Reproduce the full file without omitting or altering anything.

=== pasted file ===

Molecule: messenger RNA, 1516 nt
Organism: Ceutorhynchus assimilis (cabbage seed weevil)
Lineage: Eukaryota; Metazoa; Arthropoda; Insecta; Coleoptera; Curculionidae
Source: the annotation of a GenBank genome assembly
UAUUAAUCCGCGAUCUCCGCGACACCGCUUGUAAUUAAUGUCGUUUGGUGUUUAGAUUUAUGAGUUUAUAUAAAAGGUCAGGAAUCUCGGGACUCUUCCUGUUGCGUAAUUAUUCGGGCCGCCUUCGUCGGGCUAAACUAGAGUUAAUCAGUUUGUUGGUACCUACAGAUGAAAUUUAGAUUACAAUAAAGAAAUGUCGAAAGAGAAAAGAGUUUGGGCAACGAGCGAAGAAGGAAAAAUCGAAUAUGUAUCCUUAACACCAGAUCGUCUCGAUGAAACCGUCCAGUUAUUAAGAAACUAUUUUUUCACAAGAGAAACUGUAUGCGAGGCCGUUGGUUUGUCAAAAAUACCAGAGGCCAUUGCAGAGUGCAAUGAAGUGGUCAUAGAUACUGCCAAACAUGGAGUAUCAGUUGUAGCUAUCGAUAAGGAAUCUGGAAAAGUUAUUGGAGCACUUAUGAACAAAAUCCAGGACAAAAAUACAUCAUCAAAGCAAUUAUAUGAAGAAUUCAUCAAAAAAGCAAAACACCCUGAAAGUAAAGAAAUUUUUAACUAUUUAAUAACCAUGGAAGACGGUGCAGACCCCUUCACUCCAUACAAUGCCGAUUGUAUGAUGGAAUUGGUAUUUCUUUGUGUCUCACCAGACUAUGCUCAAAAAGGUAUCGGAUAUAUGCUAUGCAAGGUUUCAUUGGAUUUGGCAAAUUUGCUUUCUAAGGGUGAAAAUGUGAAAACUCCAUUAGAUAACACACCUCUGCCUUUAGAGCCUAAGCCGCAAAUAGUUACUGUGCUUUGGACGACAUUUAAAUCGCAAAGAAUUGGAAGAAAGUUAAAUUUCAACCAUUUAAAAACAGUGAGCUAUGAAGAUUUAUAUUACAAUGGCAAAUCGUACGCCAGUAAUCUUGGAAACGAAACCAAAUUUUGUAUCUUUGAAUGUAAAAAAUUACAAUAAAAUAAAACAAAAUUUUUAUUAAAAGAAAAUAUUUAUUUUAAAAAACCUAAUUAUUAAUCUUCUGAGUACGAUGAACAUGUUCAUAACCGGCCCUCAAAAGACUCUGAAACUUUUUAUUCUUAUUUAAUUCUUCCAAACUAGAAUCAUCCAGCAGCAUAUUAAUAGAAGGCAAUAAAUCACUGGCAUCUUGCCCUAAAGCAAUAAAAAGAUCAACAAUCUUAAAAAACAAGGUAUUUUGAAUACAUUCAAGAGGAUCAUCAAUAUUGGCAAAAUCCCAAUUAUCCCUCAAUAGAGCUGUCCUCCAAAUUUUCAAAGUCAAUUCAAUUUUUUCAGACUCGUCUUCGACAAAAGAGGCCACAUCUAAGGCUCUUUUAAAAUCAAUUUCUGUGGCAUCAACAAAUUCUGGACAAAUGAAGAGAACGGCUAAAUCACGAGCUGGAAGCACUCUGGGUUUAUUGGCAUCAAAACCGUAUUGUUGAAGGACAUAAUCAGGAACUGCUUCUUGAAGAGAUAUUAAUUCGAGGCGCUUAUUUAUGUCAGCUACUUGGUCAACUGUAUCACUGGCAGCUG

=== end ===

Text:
Molecule: messenger RNA, 1516 nt
Organism: Ceutorhynchus assimilis (cabbage seed weevil)
Lineage: Eukaryota; Metazoa; Arthropoda; Insecta; Coleoptera; Curculionidae
Source: the annotation of a GenBank genome assembly
UAUUAAUCCGCGAUCUCCGCGACACCGCUUGUAAUUAAUGUCGUUUGGUGUUUAGAUUUAUGAGUUUAUAUAAAAGGUCAGGAAUCUCGGGACUCUUCCUGUUGCGUAAUUAUUCGGGCCGCCUUCGUCGGGCUAAACUAGAGUUAAUCAGUUUGUUGGUACCUACAGAUGAAAUUUAGAUUACAAUAAAGAAAUGUCGAAAGAGAAAAGAGUUUGGGCAACGAGCGAAGAAGGAAAAAUCGAAUAUGUAUCCUUAACACCAGAUCGUCUCGAUGAAACCGUCCAGUUAUUAAGAAACUAUUUUUUCACAAGAGAAACUGUAUGCGAGGCCGUUGGUUUGUCAAAAAUACCAGAGGCCAUUGCAGAGUGCAAUGAAGUGGUCAUAGAUACUGCCAAACAUGGAGUAUCAGUUGUAGCUAUCGAUAAGGAAUCUGGAAAAGUUAUUGGAGCACUUAUGAACAAAAUCCAGGACAAAAAUACAUCAUCAAAGCAAUUAUAUGAAGAAUUCAUCAAAAAAGCAAAACACCCUGAAAGUAAAGAAAUUUUUAACUAUUUAAUAACCAUGGAAGACGGUGCAGACCCCUUCACUCCAUACAAUGCCGAUUGUAUGAUGGAAUUGGUAUUUCUUUGUGUCUCACCAGACUAUGCUCAAAAAGGUAUCGGAUAUAUGCUAUGCAAGGUUUCAUUGGAUUUGGCAAAUUUGCUUUCUAAGGGUGAAAAUGUGAAAACUCCAUUAGAUAACACACCUCUGCCUUUAGAGCCUAAGCCGCAAAUAGUUACUGUGCUUUGGACGACAUUUAAAUCGCAAAGAAUUGGAAGAAAGUUAAAUUUCAACCAUUUAAAAACAGUGAGCUAUGAAGAUUUAUAUUACAAUGGCAAAUCGUACGCCAGUAAUCUUGGAAACGAAACCAAAUUUUGUAUCUUUGAAUGUAAAAAAUUACAAUAAAAUAAAACAAAAUUUUUAUUAAAAGAAAAUAUUUAUUUUAAAAAACCUAAUUAUUAAUCUUCUGAGUACGAUGAACAUGUUCAUAACCGGCCCUCAAAAGACUCUGAAACUUUUUAUUCUUAUUUAAUUCUUCCAAACUAGAAUCAUCCAGCAGCAUAUUAAUAGAAGGCAAUAAAUCACUGGCAUCUUGCCCUAAAGCAAUAAAAAGAUCAACAAUCUUAAAAAACAAGGUAUUUUGAAUACAUUCAAGAGGAUCAUCAAUAUUGGCAAAAUCCCAAUUAUCCCUCAAUAGAGCUGUCCUCCAAAUUUUCAAAGUCAAUUCAAUUUUUUCAGACUCGUCUUCGACAAAAGAGGCCACAUCUAAGGCUCUUUUAAAAUCAAUUUCUGUGGCAUCAACAAAUUCUGGACAAAUGAAGAGAACGGCUAAAUCACGAGCUGGAAGCACUCUGGGUUUAUUGGCAUCAAAACCGUAUUGUUGAAGGACAUAAUCAGGAACUGCUUCUUGAAGAGAUAUUAAUUCGAGGCGCUUAUUUAUGUCAGCUACUUGGUCAACUGUAUCACUGGCAGCUG